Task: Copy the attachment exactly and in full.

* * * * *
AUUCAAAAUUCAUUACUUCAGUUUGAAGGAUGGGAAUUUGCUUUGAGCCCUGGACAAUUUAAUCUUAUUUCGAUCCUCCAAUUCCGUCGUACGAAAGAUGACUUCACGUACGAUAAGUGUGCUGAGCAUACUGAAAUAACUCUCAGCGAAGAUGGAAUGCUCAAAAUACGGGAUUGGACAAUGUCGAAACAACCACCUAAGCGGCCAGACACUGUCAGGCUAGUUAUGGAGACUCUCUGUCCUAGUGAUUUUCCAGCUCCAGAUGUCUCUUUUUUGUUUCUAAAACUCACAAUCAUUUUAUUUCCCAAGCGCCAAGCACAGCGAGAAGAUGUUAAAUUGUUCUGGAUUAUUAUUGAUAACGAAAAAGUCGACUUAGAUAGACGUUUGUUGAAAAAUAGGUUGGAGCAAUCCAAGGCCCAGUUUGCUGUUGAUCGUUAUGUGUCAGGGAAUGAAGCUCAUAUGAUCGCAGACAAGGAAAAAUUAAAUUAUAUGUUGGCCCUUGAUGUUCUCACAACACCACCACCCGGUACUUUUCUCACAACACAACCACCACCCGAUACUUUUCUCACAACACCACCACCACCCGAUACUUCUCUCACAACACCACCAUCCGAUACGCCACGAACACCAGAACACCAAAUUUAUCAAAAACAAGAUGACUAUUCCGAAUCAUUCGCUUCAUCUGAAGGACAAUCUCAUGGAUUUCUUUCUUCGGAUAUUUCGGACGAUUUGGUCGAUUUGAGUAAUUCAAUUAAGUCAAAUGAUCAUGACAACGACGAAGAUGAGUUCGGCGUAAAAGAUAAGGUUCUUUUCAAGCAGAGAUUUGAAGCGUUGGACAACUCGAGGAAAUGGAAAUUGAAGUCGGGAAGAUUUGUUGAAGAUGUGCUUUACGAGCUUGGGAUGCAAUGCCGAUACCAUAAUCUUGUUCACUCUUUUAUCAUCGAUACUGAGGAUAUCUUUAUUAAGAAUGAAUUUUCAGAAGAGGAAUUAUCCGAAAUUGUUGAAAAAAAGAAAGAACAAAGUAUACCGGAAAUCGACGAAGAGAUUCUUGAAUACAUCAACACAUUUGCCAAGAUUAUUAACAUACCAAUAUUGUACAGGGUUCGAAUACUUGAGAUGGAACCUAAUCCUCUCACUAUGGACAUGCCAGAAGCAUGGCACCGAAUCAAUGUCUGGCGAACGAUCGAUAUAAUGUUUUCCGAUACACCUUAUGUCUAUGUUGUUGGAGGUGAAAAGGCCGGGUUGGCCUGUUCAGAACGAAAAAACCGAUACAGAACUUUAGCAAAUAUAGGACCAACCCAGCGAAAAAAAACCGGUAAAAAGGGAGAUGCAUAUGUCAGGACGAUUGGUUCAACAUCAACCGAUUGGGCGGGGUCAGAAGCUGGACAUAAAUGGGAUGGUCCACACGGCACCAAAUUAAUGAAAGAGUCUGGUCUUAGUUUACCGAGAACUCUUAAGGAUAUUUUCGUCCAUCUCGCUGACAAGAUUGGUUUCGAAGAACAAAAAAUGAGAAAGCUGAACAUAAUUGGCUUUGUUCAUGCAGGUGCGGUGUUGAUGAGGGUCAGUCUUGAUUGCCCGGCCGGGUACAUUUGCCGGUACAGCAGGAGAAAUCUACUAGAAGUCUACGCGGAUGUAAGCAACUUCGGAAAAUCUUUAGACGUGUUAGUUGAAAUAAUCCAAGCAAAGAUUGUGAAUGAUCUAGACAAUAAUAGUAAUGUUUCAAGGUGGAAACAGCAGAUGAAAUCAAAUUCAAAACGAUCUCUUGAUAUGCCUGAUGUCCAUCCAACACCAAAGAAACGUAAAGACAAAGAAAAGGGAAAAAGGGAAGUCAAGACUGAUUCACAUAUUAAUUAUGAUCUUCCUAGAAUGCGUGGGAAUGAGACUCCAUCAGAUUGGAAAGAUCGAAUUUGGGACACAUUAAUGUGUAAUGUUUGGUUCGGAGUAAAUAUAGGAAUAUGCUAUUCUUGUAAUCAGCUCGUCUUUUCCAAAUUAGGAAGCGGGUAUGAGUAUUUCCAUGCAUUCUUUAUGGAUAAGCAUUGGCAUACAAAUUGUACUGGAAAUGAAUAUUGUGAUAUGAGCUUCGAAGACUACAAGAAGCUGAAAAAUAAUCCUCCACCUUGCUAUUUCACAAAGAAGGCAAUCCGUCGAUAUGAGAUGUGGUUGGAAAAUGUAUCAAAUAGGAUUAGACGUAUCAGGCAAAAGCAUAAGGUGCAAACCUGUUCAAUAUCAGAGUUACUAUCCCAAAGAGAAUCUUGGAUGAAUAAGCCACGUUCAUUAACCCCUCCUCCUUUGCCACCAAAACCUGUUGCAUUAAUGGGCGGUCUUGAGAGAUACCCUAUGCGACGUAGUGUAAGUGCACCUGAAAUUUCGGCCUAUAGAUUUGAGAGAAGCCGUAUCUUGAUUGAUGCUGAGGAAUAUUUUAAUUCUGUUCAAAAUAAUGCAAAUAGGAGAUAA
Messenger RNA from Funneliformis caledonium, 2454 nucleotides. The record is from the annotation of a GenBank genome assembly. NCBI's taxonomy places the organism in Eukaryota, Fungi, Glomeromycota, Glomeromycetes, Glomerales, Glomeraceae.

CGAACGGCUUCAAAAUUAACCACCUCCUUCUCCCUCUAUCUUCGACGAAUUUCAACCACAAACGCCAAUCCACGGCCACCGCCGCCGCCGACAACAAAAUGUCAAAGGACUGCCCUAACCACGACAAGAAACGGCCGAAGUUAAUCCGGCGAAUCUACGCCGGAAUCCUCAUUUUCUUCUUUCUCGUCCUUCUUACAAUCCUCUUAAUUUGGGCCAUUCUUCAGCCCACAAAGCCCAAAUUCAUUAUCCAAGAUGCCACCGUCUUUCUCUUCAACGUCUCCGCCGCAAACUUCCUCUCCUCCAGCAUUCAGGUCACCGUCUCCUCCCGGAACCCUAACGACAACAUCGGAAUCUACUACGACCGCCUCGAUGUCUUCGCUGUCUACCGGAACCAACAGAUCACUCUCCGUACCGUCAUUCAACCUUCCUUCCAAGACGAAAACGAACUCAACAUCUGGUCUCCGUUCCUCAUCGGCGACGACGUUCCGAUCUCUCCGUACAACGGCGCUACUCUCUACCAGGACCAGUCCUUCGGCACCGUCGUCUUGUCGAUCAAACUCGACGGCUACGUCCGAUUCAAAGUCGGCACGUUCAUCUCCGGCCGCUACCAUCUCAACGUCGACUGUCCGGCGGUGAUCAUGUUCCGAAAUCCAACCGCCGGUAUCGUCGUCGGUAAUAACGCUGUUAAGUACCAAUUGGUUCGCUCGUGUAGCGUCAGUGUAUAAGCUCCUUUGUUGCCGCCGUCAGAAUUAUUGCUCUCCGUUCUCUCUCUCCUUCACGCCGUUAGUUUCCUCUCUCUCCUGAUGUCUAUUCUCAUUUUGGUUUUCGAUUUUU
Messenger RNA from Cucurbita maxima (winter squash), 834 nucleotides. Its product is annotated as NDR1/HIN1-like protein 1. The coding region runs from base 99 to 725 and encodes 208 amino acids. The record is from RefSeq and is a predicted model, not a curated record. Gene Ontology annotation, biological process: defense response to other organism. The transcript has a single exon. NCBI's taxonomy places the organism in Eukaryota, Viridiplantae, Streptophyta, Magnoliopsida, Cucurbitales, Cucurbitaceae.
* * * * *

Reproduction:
AUUCAAAAUUCAUUACUUCAGUUUGAAGGAUGGGAAUUUGCUUUGAGCCCUGGACAAUUUAAUCUUAUUUCGAUCCUCCAAUUCCGUCGUACGAAAGAUGACUUCACGUACGAUAAGUGUGCUGAGCAUACUGAAAUAACUCUCAGCGAAGAUGGAAUGCUCAAAAUACGGGAUUGGACAAUGUCGAAACAACCACCUAAGCGGCCAGACACUGUCAGGCUAGUUAUGGAGACUCUCUGUCCUAGUGAUUUUCCAGCUCCAGAUGUCUCUUUUUUGUUUCUAAAACUCACAAUCAUUUUAUUUCCCAAGCGCCAAGCACAGCGAGAAGAUGUUAAAUUGUUCUGGAUUAUUAUUGAUAACGAAAAAGUCGACUUAGAUAGACGUUUGUUGAAAAAUAGGUUGGAGCAAUCCAAGGCCCAGUUUGCUGUUGAUCGUUAUGUGUCAGGGAAUGAAGCUCAUAUGAUCGCAGACAAGGAAAAAUUAAAUUAUAUGUUGGCCCUUGAUGUUCUCACAACACCACCACCCGGUACUUUUCUCACAACACAACCACCACCCGAUACUUUUCUCACAACACCACCACCACCCGAUACUUCUCUCACAACACCACCAUCCGAUACGCCACGAACACCAGAACACCAAAUUUAUCAAAAACAAGAUGACUAUUCCGAAUCAUUCGCUUCAUCUGAAGGACAAUCUCAUGGAUUUCUUUCUUCGGAUAUUUCGGACGAUUUGGUCGAUUUGAGUAAUUCAAUUAAGUCAAAUGAUCAUGACAACGACGAAGAUGAGUUCGGCGUAAAAGAUAAGGUUCUUUUCAAGCAGAGAUUUGAAGCGUUGGACAACUCGAGGAAAUGGAAAUUGAAGUCGGGAAGAUUUGUUGAAGAUGUGCUUUACGAGCUUGGGAUGCAAUGCCGAUACCAUAAUCUUGUUCACUCUUUUAUCAUCGAUACUGAGGAUAUCUUUAUUAAGAAUGAAUUUUCAGAAGAGGAAUUAUCCGAAAUUGUUGAAAAAAAGAAAGAACAAAGUAUACCGGAAAUCGACGAAGAGAUUCUUGAAUACAUCAACACAUUUGCCAAGAUUAUUAACAUACCAAUAUUGUACAGGGUUCGAAUACUUGAGAUGGAACCUAAUCCUCUCACUAUGGACAUGCCAGAAGCAUGGCACCGAAUCAAUGUCUGGCGAACGAUCGAUAUAAUGUUUUCCGAUACACCUUAUGUCUAUGUUGUUGGAGGUGAAAAGGCCGGGUUGGCCUGUUCAGAACGAAAAAACCGAUACAGAACUUUAGCAAAUAUAGGACCAACCCAGCGAAAAAAAACCGGUAAAAAGGGAGAUGCAUAUGUCAGGACGAUUGGUUCAACAUCAACCGAUUGGGCGGGGUCAGAAGCUGGACAUAAAUGGGAUGGUCCACACGGCACCAAAUUAAUGAAAGAGUCUGGUCUUAGUUUACCGAGAACUCUUAAGGAUAUUUUCGUCCAUCUCGCUGACAAGAUUGGUUUCGAAGAACAAAAAAUGAGAAAGCUGAACAUAAUUGGCUUUGUUCAUGCAGGUGCGGUGUUGAUGAGGGUCAGUCUUGAUUGCCCGGCCGGGUACAUUUGCCGGUACAGCAGGAGAAAUCUACUAGAAGUCUACGCGGAUGUAAGCAACUUCGGAAAAUCUUUAGACGUGUUAGUUGAAAUAAUCCAAGCAAAGAUUGUGAAUGAUCUAGACAAUAAUAGUAAUGUUUCAAGGUGGAAACAGCAGAUGAAAUCAAAUUCAAAACGAUCUCUUGAUAUGCCUGAUGUCCAUCCAACACCAAAGAAACGUAAAGACAAAGAAAAGGGAAAAAGGGAAGUCAAGACUGAUUCACAUAUUAAUUAUGAUCUUCCUAGAAUGCGUGGGAAUGAGACUCCAUCAGAUUGGAAAGAUCGAAUUUGGGACACAUUAAUGUGUAAUGUUUGGUUCGGAGUAAAUAUAGGAAUAUGCUAUUCUUGUAAUCAGCUCGUCUUUUCCAAAUUAGGAAGCGGGUAUGAGUAUUUCCAUGCAUUCUUUAUGGAUAAGCAUUGGCAUACAAAUUGUACUGGAAAUGAAUAUUGUGAUAUGAGCUUCGAAGACUACAAGAAGCUGAAAAAUAAUCCUCCACCUUGCUAUUUCACAAAGAAGGCAAUCCGUCGAUAUGAGAUGUGGUUGGAAAAUGUAUCAAAUAGGAUUAGACGUAUCAGGCAAAAGCAUAAGGUGCAAACCUGUUCAAUAUCAGAGUUACUAUCCCAAAGAGAAUCUUGGAUGAAUAAGCCACGUUCAUUAACCCCUCCUCCUUUGCCACCAAAACCUGUUGCAUUAAUGGGCGGUCUUGAGAGAUACCCUAUGCGACGUAGUGUAAGUGCACCUGAAAUUUCGGCCUAUAGAUUUGAGAGAAGCCGUAUCUUGAUUGAUGCUGAGGAAUAUUUUAAUUCUGUUCAAAAUAAUGCAAAUAGGAGAUAA
Messenger RNA from Funneliformis caledonium, 2454 nucleotides. The record is from the annotation of a GenBank genome assembly. NCBI's taxonomy places the organism in Eukaryota, Fungi, Glomeromycota, Glomeromycetes, Glomerales, Glomeraceae.

CGAACGGCUUCAAAAUUAACCACCUCCUUCUCCCUCUAUCUUCGACGAAUUUCAACCACAAACGCCAAUCCACGGCCACCGCCGCCGCCGACAACAAAAUGUCAAAGGACUGCCCUAACCACGACAAGAAACGGCCGAAGUUAAUCCGGCGAAUCUACGCCGGAAUCCUCAUUUUCUUCUUUCUCGUCCUUCUUACAAUCCUCUUAAUUUGGGCCAUUCUUCAGCCCACAAAGCCCAAAUUCAUUAUCCAAGAUGCCACCGUCUUUCUCUUCAACGUCUCCGCCGCAAACUUCCUCUCCUCCAGCAUUCAGGUCACCGUCUCCUCCCGGAACCCUAACGACAACAUCGGAAUCUACUACGACCGCCUCGAUGUCUUCGCUGUCUACCGGAACCAACAGAUCACUCUCCGUACCGUCAUUCAACCUUCCUUCCAAGACGAAAACGAACUCAACAUCUGGUCUCCGUUCCUCAUCGGCGACGACGUUCCGAUCUCUCCGUACAACGGCGCUACUCUCUACCAGGACCAGUCCUUCGGCACCGUCGUCUUGUCGAUCAAACUCGACGGCUACGUCCGAUUCAAAGUCGGCACGUUCAUCUCCGGCCGCUACCAUCUCAACGUCGACUGUCCGGCGGUGAUCAUGUUCCGAAAUCCAACCGCCGGUAUCGUCGUCGGUAAUAACGCUGUUAAGUACCAAUUGGUUCGCUCGUGUAGCGUCAGUGUAUAAGCUCCUUUGUUGCCGCCGUCAGAAUUAUUGCUCUCCGUUCUCUCUCUCCUUCACGCCGUUAGUUUCCUCUCUCUCCUGAUGUCUAUUCUCAUUUUGGUUUUCGAUUUUU
Messenger RNA from Cucurbita maxima (winter squash), 834 nucleotides. Its product is annotated as NDR1/HIN1-like protein 1. The coding region runs from base 99 to 725 and encodes 208 amino acids. The record is from RefSeq and is a predicted model, not a curated record. Gene Ontology annotation, biological process: defense response to other organism. The transcript has a single exon. NCBI's taxonomy places the organism in Eukaryota, Viridiplantae, Streptophyta, Magnoliopsida, Cucurbitales, Cucurbitaceae.